NEW DELHI • Tiger numbers have grown in India, in what is being seen as good news for the endangered species.
The latest tiger census figures showed that the population has increased to 2,967, up by one-third from four years ago.
"With around 3,000 tigers, India has emerged as one of the biggest and safest habitats for them in the world," Prime Minister Narendra Modi said when he released the All India Tiger Estimation Report 2018.
He said the figures showed that it was possible to strike a balance between conservation and development.
A tiger census is carried out every four years. The latest report covered 381,400 sq km of forested habitat, in what was dubbed the biggest tiger count in the world.
Trap cameras were deployed in 26,838 locations, surveys conducted on foot by forest authorities, and satellite imagery from across 50 tiger reserves in the country was studied.
There are only about 4,000 tigers in the world, with India home to more than 70 per cent of the big cats.
The South Asian country is the home of the Bengal tiger - also found in smaller numbers in Bangladesh, Nepal, Bhutan, China and Myanmar - and has managed to prevent its habitat from vanishing by creating tiger reserves.
India's tiger numbers have been climbing for some time, up from 1,706 in 2010 to 2,226 in 2014.
But the pressure of development - including the building of roads and railways, as well as electricity lines, through tiger reserves - and the growing human population are putting pressure on their habitats, increasing the chances of human-animal encounters.
Conservationists have welcomed the new data, but also warned of many more challenges ahead.
"Of course, it is a wonderful achievement by India. But we cannot sit back and rely on numbers to secure the future for wild tigers," said Ms Belinda Wright, executive director of the New Delhi-based Wildlife Protection Society of India.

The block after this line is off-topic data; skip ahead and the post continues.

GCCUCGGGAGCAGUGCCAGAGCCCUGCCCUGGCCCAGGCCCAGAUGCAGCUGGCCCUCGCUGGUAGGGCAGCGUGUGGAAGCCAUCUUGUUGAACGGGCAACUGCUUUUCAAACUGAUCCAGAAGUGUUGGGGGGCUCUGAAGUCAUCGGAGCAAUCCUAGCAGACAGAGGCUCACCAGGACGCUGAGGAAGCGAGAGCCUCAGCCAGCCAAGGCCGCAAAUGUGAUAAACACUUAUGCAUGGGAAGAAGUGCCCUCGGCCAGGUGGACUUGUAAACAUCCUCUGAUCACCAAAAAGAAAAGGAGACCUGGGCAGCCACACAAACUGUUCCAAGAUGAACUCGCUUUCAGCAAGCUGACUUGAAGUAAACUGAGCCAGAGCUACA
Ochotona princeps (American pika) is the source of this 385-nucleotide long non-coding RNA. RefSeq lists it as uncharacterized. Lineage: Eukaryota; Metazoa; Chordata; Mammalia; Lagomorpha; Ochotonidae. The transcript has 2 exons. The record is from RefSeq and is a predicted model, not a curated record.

"On one hand, there is an increase in numbers, but the threats are also increasing. We have to make sure that areas which are protected tiger habitat are sacrosanct and that intrusion not be allowed.
"In particular, linear intrusions like roads, canals, electric lines, railways... disturb tigers and prey species, increasing human-animal conflict," she said.
Last week, a tigress which had mauled several people was beaten to death in a village bordering a reserve in Uttar Pradesh, India's most populous state.
There are 173 tigers in Uttar Pradesh, the latest census showed.
"It's great to see that tiger numbers in India are stabilising and on a steady increase. And this is a tremendous effort on the part of a lot of people, especially on the ground... (such as) the forest officials at the front line," said Ms Prerna Bindra, a wildlife conservationist.
"But conflicts are only going to increase as the issue remains unaddressed and we fragment tiger habitats - and they come out of small, islanded reserves into human populations," she added.